"I was literally being crushed to death and suffocating," he said.
He feared he would die and prayed: "Please God, don't let me die like this."
He was rescued minutes later and rushed to Saint Agnes Medical Center. He couldn't feel his legs. Three vertebrae in his lower back had broken.
It would be a month before he could walk. And months of depression would follow. For a year, he did nothing. He gained weight. "I was just a mess," he said.
A nurse convinced him to see a psychologist. The diagnosis: post-traumatic stress syndrome.
As he began to heal and recover, Anaya said he made a decision: "I wanted things from life and I was going to go get them."
The accident, he said, "was the best thing that could have happened to me."
He moved out of Fresno to start a new life and enrolled in classes at a community college in San Jose. From the first class, he mapped out a plan to get to medical school. He squeezed classes around a schedule that also included working 40 to 50 hours a week.
He got straight A's his first semester in history, psychology, remedial English and speech classes. He got all A's the next year and was named Academic Student of the Year; he also was voted homecoming king.
In 2001, he participated in a summer research program at Memorial Sloan Kettering Cancer Center in New York City. Of the 15 college students selected, he was the only one from a community college.
He transferred to San Jose State and continued to work full-time, but he pestered researchers at Stanford University to let him "work harder and longer and for nothing" as a volunteer in a research laboratory. He would volunteer there for two years.
It took a year and hard study to get a high score on the medical school admittance test, and seven schools accepted his application, including Cornell University in New York. His top choice was the University of California at San Francisco -- and they wanted him, giving him a full scholarship.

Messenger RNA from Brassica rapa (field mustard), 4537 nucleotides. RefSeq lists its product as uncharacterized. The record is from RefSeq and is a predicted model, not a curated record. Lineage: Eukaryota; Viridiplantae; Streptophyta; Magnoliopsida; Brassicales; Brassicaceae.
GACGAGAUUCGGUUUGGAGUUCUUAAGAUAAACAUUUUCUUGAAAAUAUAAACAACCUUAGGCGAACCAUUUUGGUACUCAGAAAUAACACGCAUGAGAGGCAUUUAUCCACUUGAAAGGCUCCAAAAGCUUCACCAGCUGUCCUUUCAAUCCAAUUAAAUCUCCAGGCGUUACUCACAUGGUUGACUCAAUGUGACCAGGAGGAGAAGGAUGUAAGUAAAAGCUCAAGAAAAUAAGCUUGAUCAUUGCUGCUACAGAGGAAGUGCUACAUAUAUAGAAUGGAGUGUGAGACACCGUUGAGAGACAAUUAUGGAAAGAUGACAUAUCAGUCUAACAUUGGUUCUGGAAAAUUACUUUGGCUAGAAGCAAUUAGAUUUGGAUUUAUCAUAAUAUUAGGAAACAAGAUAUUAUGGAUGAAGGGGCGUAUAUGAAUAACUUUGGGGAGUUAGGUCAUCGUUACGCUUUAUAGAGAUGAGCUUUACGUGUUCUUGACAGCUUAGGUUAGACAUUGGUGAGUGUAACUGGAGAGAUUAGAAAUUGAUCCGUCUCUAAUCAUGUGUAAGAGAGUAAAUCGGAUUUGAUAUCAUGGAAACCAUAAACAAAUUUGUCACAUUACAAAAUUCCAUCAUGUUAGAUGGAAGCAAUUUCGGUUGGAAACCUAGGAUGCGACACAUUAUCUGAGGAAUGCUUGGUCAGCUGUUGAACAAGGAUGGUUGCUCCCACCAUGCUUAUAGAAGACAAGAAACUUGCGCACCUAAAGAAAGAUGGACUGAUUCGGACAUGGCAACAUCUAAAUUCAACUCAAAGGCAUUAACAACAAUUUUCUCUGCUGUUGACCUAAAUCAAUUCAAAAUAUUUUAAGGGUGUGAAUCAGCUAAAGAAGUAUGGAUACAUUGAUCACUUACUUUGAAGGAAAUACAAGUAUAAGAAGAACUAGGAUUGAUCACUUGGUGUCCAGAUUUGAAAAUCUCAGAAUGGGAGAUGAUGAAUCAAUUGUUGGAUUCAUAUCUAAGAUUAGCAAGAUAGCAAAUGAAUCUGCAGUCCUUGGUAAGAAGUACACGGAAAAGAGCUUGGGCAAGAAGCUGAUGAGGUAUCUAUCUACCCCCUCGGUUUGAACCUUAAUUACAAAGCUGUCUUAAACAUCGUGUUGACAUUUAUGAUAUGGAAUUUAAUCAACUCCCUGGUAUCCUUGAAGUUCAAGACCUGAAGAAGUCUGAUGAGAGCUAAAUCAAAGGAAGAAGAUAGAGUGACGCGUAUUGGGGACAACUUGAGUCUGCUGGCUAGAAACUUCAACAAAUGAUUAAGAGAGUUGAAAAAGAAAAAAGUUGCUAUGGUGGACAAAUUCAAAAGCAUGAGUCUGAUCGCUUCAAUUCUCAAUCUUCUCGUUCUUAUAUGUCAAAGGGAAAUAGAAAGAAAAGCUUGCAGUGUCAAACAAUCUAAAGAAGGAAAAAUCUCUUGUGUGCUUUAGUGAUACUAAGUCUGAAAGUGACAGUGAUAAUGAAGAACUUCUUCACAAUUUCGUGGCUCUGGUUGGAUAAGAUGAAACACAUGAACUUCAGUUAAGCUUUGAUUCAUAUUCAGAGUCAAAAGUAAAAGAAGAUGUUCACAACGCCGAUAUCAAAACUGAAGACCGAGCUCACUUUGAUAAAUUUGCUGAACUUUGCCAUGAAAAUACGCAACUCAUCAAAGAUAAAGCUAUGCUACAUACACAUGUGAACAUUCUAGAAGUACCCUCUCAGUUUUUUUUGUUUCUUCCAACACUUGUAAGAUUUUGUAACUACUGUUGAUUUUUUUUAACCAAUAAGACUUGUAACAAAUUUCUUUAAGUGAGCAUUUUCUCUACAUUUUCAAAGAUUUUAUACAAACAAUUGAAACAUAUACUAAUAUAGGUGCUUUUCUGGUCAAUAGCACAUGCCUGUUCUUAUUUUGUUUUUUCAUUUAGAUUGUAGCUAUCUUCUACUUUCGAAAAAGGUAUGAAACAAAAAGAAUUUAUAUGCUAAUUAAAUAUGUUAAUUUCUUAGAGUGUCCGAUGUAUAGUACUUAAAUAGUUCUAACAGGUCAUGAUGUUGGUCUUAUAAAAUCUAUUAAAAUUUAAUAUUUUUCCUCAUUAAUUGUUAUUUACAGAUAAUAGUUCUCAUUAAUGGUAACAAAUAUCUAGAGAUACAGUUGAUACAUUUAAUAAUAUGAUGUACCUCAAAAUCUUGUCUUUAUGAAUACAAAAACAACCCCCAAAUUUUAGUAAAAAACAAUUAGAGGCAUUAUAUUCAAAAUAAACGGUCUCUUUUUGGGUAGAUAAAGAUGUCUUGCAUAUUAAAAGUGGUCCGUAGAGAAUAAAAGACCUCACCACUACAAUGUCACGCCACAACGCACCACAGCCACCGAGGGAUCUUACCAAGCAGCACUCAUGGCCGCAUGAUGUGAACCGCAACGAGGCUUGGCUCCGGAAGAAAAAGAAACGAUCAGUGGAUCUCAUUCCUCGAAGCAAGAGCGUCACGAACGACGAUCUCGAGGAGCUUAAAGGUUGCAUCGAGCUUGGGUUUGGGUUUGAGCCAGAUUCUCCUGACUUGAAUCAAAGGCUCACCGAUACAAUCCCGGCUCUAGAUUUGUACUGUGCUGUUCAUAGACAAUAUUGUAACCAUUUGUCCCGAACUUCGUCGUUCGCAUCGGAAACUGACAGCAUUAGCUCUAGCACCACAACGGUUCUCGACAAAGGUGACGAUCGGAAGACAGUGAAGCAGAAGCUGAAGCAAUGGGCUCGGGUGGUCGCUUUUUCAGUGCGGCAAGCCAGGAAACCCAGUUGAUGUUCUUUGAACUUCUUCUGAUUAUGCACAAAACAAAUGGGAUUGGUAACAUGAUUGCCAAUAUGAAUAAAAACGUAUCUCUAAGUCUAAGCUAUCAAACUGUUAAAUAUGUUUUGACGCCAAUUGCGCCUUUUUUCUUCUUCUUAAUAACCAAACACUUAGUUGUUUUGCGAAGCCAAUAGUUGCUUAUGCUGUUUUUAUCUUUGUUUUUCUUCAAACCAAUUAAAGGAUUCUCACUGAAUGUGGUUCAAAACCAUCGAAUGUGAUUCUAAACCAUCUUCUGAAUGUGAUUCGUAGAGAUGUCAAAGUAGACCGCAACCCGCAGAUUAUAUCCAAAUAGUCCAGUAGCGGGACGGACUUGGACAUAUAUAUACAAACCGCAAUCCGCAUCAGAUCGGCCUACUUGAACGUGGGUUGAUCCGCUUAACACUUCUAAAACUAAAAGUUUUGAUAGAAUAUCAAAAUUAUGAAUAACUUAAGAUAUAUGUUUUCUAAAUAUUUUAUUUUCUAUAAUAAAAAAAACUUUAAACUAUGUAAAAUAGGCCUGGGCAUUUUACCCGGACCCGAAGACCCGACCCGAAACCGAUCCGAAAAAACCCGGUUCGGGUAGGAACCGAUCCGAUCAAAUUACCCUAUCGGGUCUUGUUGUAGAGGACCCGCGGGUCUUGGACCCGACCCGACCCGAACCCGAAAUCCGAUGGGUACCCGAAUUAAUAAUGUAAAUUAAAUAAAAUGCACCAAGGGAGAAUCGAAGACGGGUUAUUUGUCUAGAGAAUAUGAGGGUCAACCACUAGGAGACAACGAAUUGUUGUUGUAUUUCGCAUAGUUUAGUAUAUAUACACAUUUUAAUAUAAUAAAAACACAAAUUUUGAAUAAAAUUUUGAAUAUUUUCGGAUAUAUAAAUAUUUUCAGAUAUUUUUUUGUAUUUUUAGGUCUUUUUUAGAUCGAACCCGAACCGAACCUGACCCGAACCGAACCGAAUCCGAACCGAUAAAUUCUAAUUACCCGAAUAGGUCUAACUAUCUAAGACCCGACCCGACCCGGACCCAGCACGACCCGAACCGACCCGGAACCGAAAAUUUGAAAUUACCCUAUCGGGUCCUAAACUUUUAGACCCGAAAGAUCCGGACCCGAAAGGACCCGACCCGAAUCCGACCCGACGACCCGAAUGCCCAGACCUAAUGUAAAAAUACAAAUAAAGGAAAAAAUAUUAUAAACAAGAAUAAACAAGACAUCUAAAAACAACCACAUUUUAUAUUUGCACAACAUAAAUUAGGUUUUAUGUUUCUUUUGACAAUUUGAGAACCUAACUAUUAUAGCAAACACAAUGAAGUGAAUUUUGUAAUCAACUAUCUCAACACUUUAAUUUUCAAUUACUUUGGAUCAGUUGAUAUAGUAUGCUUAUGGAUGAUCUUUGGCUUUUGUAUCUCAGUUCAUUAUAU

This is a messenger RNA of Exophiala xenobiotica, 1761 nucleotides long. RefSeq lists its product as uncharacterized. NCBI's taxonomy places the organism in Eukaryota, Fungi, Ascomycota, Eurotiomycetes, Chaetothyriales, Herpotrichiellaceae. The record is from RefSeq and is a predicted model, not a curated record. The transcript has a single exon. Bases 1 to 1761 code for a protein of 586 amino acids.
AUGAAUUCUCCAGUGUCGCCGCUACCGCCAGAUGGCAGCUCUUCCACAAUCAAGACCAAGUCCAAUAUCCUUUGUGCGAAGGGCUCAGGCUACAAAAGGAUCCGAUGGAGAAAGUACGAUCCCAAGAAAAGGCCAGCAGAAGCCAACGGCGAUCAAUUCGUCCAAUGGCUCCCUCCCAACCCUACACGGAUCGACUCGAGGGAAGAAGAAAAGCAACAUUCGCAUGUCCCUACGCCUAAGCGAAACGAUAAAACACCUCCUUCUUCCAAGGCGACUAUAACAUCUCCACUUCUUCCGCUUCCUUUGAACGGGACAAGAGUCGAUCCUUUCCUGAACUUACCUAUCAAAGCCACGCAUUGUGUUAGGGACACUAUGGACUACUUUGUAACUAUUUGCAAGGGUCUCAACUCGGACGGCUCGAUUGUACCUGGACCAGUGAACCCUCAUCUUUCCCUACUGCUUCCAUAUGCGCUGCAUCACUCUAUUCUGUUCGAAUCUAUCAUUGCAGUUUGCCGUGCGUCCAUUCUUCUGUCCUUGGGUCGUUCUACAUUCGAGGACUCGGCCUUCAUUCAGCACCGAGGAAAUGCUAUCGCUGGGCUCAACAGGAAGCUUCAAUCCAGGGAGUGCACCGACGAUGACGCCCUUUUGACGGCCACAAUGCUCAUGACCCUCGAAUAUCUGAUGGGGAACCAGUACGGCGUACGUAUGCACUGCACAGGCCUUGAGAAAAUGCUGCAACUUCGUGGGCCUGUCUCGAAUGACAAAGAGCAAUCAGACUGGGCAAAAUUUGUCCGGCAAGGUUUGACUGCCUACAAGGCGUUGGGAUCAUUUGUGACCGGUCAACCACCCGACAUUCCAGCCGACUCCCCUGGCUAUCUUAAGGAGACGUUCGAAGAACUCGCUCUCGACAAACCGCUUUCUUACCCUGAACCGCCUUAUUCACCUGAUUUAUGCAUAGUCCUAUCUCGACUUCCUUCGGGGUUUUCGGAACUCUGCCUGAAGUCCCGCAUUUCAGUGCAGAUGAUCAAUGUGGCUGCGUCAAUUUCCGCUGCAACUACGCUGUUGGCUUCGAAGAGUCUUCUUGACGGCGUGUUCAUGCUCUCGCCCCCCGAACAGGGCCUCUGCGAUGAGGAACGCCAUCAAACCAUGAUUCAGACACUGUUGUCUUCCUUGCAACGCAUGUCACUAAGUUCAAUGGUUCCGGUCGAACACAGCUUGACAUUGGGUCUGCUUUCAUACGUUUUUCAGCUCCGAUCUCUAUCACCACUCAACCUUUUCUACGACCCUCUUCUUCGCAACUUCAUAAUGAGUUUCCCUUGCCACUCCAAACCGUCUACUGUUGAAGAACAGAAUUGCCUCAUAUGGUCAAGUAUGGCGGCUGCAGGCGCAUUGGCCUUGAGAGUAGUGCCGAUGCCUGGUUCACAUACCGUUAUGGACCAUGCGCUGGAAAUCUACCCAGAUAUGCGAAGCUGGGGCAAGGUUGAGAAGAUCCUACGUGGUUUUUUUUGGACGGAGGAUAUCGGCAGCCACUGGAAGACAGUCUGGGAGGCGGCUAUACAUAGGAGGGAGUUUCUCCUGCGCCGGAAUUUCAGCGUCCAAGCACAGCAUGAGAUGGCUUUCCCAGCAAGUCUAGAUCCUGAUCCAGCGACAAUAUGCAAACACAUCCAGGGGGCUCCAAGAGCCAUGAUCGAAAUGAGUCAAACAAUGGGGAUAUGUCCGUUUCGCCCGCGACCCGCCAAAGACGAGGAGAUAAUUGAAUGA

Anaya's father cried when he learned his son was going to medical school. For his father's birthday, Anaya surprised him with a wrapped box that contained the medical schools' acceptance letters.
His parents and sister, Maryann Sanchez, 32, of Fresno, said they never expected he would become a doctor. Sanchez and brother, Chris Anaya, 36, were the more studious of the three siblings. Sanchez is a correctional officer in the Valley and Chris is a Madera police officer.
As Sanchez interpreted, her father recalled that Anaya was not the best of students when he was young: "I always had to get on to him to do his homework." When Anaya started community college, "I thought, that's not going to last."
Now his son is a Fresno emergency department doctor.
Today, Anaya shows no signs of the devastating industrial accident that nearly crippled him.
His ties to the downtown Fresno medical center go back 40 years -- he was born there.
His connections to the community will help him achieve his latest goal: getting high school students to become doctors and return to Fresno to practice.
"We need doctors who love the Valley and understand it," he said.
Comes, the residency program's director, said there's little doubt that Fresno will benefit from its native son: "I'm certain he will make it a better place."